Toward a Living Zen
A neurologist and Zen practitioner clarifies the benefits of meditative training, drawing on classical Buddhist literature and modern brain research.
In Zen-Brain Horizons, James Austin draws on his decades of experience as a neurologist and Zen practitioner to clarify the benefits of meditative training. Austin integrates classical Buddhist literature with modern brain research, exploring the horizons of a living, neural Zen.
When viewed in the light of today, the timeless wisdom of some Zen masters seems almost to have anticipated recent research in the neurosciences. The keen attentiveness and awareness that we cultivate during meditative practices becomes the leading edge of our subsequent mental processing. Austin explains how our covert, involuntary functions can make crucial contributions to the subtle ways we learn, intuit, and engage in creative activities. He demonstrates why living Zen means much more than sitting quietly indoors on a cushion, and provides simplified advice that helps guide readers to the most important points.
Hardcover$28.95 T ISBN: 9780262027564 296 pp. | 8 in x 5.375 in 15 b&w illus., 1 table, 5 color plates
Paperback$20.95 T ISBN: 9780262528832 296 pp. | 8 in x 5.375 in 15 b&w illus., 1 table, 5 color plates
This insightful book by neurologist and Zen practitioner James Austin is icing on the four-layered cake of his previous books on Zen and the brain. He provides a unique, informed, and readable account of the brain mechanisms generating egocentric and enlightened consciousness, cross-referenced with his earlier works.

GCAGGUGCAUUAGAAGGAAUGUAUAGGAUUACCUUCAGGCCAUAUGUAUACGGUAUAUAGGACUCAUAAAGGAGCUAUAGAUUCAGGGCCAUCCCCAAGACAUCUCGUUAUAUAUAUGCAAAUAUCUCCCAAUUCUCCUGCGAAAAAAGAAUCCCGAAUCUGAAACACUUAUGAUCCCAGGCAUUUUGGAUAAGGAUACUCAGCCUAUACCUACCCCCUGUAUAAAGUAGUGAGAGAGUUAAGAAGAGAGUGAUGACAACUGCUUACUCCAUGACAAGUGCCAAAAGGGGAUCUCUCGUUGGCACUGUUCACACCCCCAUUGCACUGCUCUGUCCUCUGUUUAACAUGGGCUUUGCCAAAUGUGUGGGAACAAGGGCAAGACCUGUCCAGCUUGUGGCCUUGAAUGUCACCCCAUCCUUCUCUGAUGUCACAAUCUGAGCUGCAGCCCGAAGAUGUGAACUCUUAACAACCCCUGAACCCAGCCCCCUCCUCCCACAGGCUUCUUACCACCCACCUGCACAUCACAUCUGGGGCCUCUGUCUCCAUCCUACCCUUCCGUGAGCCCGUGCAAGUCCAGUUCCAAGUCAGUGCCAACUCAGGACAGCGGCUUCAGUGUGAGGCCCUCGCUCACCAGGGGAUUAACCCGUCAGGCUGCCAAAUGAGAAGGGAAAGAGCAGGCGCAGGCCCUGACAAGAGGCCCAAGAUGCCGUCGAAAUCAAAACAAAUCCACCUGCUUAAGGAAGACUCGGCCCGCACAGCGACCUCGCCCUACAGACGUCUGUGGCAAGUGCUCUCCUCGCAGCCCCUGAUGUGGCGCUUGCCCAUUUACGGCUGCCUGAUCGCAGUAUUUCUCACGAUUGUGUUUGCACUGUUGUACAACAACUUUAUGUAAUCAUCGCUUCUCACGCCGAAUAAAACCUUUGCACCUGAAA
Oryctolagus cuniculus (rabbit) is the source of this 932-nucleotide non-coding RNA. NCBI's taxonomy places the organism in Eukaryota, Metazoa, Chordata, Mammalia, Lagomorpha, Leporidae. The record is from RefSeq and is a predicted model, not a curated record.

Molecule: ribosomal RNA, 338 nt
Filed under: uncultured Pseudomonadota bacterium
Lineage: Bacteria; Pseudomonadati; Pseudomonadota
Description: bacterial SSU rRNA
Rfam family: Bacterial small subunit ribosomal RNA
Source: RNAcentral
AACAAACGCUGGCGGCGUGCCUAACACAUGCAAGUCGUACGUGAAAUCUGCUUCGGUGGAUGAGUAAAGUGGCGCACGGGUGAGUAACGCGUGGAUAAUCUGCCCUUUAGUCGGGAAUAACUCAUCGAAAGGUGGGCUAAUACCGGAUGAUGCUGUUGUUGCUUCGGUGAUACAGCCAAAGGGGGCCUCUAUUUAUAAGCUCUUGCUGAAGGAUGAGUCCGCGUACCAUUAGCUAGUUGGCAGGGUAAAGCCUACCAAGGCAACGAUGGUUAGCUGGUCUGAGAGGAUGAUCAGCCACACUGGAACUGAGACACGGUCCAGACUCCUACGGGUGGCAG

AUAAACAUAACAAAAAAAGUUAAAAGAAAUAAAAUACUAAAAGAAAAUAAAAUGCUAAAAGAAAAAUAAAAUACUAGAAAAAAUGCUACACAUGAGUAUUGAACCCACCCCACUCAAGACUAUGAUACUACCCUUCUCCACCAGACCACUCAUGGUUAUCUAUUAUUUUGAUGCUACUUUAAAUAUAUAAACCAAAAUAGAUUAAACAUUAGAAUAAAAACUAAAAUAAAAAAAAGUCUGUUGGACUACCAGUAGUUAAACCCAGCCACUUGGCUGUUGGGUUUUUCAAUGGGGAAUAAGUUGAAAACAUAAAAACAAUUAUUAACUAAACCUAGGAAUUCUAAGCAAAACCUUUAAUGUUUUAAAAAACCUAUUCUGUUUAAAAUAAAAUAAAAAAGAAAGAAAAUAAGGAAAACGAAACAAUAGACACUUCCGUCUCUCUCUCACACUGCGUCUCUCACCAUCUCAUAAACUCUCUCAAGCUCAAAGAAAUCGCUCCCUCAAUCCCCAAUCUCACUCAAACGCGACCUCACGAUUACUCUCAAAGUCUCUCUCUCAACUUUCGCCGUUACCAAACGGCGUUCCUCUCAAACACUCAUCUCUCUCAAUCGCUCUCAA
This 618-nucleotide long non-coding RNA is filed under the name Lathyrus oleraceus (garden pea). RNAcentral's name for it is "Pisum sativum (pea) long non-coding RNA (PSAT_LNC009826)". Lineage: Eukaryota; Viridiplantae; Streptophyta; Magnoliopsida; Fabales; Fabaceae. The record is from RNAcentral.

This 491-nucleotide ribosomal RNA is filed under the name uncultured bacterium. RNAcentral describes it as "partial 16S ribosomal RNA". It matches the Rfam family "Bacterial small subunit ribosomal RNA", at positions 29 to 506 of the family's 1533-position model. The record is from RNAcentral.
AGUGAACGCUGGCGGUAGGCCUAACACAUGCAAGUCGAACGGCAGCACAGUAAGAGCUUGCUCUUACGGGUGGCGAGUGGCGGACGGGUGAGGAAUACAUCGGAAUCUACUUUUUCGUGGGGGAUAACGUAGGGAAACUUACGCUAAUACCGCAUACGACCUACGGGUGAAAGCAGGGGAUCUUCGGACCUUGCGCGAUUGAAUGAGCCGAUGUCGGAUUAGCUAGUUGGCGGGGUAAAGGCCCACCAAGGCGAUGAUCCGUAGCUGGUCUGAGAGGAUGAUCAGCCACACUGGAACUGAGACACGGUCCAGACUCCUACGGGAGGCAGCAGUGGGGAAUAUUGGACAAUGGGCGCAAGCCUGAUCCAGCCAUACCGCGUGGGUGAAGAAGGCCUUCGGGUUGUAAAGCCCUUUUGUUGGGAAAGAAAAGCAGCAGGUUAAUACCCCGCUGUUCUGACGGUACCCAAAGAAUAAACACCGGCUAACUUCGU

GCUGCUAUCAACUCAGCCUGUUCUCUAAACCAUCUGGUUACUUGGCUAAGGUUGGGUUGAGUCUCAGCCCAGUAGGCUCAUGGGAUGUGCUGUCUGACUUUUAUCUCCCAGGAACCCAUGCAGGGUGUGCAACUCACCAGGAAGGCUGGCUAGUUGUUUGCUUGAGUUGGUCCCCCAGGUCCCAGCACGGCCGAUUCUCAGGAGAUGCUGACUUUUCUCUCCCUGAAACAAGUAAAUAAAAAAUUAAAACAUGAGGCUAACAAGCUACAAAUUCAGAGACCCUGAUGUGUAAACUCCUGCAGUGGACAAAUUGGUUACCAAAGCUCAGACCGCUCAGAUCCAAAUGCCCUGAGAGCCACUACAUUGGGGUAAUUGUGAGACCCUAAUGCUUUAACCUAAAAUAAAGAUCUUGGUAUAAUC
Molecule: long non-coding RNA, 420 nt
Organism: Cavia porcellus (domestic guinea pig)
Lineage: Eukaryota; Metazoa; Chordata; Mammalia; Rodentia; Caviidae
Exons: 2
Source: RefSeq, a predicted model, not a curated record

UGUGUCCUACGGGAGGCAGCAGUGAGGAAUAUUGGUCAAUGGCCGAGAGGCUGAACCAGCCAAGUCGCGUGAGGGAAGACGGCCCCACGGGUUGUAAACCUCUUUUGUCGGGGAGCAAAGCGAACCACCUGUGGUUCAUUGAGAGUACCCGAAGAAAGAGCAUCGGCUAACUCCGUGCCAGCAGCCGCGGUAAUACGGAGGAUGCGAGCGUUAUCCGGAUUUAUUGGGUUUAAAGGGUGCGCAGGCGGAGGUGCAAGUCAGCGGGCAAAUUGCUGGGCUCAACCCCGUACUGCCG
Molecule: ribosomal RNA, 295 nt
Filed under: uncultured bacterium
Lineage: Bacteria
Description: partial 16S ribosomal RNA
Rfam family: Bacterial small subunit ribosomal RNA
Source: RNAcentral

Eberhard E. Fetz
Professor of Physiology and Biophysics, University of Washington, Seattle
Zen-Brain Horizons is a wise and extraordinary book that brings science into focus through the medium of contemplative practice, and opens up new avenues to understanding how the mind works.
Roshi Joan Halifax
Founding Abbot, Upaya Zen Center
In this, the fifth of Dr. James Austin's explorations of Zen and neuroscience, new research, well-established cerebral anatomy, and the classical stories of Chinese and Japanese Zen are brought together in creative insights regarding the transformative process of Zen practice. Of particular interest to readers who have been following Dr. Austin's unfolding understanding across his books will be the detailed speculations regarding different attentional systems of the brain and how their functioning may relate to sudden awakening experience triggered by sound or visual phenomena above the horizon. As with his previous volumes, this is a feast for the mind to be savored by scientists, meditation practitioners, and everyone fascinated by the interface between science, religion, and the humanities.
Alfred W. Kaszniak
Professor of Psychology, Psychiatry, and Neurology, University of Arizona